Weeks after the power cuts fiasco which was blamed on climate change, we are now experiencing the thrills and spills of a waste collection crisis which some are blaming on short-let accommodation.

It turns out that the social media platforms at the peak of summer are dominated by never-ending rants of law-abiding citizens who can take the current situation no more. Roaming the streets of certain localities, not only Sliema but other parts around the island, is reminiscent of the southern parts of Italy like Naples, where waste collection problems have become endemic. The dire situation was fully exposed not only in the media but also on social media with photos of rubbish heaps and the occasional rats feasting on their contents.

The roots of the ongoing crisis which if not resolved will have a significant negative economic impact especially on tourism, are several. However, the bottom line is that waste collection frequency has been decreased under the guise of a reform meant to increase recycling and promote domestic waste separation. Such step alone, is already a huge gamble as in the absence of proper planning and enforcement this is a recipe for disaster. The problem was compounded further by the sharp unplanned increase in population (100,000 in a just a decade) and the persistence on a tourism strategy based on numbers. Hence, the demographic changes and waste collection reform have contributed to a fine mess.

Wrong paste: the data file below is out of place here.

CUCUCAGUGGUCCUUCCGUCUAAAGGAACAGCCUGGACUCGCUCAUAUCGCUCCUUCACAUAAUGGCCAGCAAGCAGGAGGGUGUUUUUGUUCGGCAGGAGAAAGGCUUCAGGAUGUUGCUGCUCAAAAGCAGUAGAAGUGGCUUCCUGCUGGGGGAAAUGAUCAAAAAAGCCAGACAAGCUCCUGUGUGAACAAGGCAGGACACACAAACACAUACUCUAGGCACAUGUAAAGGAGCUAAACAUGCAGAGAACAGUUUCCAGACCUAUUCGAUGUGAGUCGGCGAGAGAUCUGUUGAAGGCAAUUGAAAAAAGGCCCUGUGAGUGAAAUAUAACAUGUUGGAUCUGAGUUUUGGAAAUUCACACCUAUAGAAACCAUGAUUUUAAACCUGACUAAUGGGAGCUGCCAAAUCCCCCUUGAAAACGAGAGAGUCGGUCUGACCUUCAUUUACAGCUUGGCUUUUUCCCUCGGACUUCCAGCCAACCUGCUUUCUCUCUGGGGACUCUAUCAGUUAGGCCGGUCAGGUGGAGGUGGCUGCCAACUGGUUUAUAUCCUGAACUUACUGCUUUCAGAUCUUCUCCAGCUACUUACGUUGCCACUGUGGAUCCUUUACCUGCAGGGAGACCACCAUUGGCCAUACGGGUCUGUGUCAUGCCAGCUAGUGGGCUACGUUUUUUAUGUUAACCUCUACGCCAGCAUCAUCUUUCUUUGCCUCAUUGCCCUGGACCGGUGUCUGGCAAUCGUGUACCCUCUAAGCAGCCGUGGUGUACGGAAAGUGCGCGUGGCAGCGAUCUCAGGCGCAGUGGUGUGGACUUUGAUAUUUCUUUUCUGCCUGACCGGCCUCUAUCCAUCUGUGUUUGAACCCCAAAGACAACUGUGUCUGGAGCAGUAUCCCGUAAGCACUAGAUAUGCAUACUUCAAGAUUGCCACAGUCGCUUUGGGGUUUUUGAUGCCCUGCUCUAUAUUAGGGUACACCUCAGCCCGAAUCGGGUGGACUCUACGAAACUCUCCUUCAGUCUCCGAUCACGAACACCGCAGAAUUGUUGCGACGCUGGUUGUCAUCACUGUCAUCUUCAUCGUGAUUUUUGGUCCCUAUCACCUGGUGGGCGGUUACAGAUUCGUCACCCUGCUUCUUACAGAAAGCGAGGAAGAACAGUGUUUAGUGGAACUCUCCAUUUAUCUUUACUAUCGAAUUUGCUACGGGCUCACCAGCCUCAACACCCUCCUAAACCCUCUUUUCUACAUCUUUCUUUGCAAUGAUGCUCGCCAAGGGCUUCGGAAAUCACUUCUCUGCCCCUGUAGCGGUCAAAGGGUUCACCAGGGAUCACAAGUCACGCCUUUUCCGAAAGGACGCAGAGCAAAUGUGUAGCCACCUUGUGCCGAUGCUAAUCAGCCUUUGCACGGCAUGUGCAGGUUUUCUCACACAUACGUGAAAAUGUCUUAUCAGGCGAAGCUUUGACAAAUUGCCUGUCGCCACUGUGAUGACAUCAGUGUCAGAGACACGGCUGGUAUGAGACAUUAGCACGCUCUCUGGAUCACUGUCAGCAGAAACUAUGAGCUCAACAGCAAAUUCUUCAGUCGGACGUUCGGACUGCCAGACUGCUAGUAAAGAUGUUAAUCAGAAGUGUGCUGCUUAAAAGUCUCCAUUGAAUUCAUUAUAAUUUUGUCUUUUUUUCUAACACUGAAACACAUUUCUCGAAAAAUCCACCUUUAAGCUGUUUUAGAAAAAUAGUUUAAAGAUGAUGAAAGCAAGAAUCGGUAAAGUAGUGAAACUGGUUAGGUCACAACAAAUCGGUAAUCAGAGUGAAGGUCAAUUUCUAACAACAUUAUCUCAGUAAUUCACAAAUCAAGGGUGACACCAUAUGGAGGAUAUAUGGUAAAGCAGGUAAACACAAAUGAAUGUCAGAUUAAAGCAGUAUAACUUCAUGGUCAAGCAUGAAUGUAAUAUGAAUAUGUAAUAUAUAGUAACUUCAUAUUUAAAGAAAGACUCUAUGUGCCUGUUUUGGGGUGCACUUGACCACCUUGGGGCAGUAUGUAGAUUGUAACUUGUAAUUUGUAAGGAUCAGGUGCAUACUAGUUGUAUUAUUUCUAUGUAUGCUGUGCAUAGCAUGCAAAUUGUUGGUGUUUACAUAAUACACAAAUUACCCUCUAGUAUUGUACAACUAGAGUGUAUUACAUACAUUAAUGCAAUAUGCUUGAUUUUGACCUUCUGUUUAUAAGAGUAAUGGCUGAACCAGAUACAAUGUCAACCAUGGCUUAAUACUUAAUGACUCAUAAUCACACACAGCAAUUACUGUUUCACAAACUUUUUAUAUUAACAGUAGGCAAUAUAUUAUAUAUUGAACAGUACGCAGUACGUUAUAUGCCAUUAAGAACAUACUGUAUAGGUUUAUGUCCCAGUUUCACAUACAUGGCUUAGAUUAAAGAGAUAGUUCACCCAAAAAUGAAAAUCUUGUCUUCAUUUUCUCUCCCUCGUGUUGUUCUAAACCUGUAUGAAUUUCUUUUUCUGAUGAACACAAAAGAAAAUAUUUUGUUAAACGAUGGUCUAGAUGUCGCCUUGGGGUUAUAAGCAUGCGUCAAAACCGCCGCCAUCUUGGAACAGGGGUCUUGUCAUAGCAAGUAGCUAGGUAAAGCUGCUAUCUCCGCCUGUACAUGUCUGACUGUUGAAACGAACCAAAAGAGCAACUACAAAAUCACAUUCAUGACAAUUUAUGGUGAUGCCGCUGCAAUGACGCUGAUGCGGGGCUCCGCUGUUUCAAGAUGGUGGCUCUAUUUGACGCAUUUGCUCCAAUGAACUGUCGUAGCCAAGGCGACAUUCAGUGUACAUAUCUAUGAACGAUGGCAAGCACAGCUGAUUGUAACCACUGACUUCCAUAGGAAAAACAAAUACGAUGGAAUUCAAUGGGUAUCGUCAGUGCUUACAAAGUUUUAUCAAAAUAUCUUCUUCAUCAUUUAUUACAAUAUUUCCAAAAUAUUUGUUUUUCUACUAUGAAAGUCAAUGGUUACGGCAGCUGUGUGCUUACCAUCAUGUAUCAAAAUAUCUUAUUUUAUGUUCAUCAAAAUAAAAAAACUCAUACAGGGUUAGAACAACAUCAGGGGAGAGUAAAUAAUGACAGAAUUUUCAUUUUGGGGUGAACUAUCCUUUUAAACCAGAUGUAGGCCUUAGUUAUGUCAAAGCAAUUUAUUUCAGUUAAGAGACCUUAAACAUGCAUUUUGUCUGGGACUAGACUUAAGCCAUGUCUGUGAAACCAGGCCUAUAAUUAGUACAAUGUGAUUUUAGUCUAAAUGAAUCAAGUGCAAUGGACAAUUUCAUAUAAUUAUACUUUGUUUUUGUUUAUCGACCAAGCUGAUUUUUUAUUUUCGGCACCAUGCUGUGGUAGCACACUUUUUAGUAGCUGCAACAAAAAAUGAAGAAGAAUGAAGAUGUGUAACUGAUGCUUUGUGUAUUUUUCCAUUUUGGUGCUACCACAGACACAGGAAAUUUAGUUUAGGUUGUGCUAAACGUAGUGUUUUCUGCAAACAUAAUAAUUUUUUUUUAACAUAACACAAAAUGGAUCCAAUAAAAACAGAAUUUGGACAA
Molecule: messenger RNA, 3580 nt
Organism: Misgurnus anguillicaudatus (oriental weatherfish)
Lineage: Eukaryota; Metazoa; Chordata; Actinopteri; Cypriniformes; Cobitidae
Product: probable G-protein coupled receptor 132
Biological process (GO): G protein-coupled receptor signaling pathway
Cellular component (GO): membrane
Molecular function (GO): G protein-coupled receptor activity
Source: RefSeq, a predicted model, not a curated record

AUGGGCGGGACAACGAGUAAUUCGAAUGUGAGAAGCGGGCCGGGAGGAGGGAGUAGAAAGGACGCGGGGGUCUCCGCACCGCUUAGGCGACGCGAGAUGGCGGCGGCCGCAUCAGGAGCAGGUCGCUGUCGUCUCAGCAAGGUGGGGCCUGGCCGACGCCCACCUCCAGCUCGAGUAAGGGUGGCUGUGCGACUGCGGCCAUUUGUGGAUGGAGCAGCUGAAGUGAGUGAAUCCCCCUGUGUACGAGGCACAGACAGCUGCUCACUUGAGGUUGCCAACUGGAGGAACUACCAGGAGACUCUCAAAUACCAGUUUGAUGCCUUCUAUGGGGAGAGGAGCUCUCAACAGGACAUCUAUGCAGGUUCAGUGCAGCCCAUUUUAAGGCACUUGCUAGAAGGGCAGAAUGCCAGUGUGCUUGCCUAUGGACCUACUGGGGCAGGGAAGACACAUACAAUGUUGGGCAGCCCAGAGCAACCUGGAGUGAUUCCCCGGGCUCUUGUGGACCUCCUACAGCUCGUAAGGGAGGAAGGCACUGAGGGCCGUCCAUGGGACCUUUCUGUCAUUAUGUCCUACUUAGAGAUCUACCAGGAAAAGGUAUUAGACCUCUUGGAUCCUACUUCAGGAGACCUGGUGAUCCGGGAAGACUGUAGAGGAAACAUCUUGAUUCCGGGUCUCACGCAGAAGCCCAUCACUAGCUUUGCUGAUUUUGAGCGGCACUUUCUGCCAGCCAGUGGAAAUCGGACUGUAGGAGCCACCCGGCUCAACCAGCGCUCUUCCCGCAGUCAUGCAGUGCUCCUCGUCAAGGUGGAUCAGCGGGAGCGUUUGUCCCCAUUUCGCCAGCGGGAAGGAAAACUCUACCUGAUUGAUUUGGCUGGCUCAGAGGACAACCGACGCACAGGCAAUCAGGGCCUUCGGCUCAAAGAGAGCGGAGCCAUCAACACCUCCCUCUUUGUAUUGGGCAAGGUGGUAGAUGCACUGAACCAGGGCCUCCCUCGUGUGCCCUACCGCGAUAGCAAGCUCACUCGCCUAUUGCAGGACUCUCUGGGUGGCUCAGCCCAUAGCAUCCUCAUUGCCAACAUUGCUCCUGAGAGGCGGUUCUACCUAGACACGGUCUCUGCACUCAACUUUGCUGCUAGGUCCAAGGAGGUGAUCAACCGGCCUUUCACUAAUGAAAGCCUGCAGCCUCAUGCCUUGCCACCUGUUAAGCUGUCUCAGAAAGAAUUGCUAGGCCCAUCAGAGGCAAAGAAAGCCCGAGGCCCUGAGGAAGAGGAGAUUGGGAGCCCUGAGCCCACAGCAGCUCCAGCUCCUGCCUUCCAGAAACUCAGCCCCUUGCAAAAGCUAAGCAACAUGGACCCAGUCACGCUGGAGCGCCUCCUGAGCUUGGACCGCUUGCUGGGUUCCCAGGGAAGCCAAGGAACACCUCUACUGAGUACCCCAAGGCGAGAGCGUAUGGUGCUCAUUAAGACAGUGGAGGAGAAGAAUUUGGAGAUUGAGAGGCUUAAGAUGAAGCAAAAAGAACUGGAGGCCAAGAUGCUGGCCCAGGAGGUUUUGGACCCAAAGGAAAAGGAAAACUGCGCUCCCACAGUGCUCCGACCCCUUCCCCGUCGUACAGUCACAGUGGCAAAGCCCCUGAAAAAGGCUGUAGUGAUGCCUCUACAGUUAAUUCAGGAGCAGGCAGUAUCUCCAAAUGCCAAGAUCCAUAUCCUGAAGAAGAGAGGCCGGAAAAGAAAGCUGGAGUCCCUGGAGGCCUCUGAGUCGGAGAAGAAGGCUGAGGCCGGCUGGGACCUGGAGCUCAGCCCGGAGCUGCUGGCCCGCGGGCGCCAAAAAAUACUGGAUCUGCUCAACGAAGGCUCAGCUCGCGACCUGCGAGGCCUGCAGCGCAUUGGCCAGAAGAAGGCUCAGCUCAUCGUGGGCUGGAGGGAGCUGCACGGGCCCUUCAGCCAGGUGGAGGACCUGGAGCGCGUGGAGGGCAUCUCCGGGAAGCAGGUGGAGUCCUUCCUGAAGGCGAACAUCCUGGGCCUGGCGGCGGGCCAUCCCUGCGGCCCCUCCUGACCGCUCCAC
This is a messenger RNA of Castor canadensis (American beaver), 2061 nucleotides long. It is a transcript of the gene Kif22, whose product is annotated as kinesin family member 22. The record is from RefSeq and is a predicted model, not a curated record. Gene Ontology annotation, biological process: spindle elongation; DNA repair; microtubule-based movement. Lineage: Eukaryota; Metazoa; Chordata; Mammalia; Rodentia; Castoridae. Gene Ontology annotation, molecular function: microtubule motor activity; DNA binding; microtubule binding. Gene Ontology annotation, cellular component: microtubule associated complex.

In certain areas, such as Sliema and St Julian’s the problem is being blamed on short-let apartments whereby tourists are flouting waste collection regulations. If for argument’s sake we assume this is the case, the situation is still unacceptable. What about beefing up enforcement and putting the onus on the owners of these properties to ensure that regulations are adhered to, be it by the tenants as well as the cleaners who more often than not leave the rubbish outside with complete impunity? What about imposing fines or introducing the practice of taking a deposit in case the tenants commit breaches?

Nonetheless, blaming the situation on short-let apartments seems to be a scapegoat as these types of accommodation have been there for decades. The only variables since last year are the waste collection schedules, which evidently are not meeting demand. This is a typical case of going from one extreme to another. Whereas before there were different schedules for each and every of the 68 councils across the Maltese Islands – making it almost impossible to follow the regulations – we have now gone to the extreme of adopting a one-size fits all. Furthermore, local councils have been stripped of their authority with the result that mayors have been left helpless and unable to take action whenever they get the stick from residents.

Looking ahead, this is yet another warning sign of the urgent need to go back to the drawing board in terms of our economic, social and environmental development. Unfortunately, it seems that even now that the writing is on the wall, there are some who are persisting in sticking their head in the sand.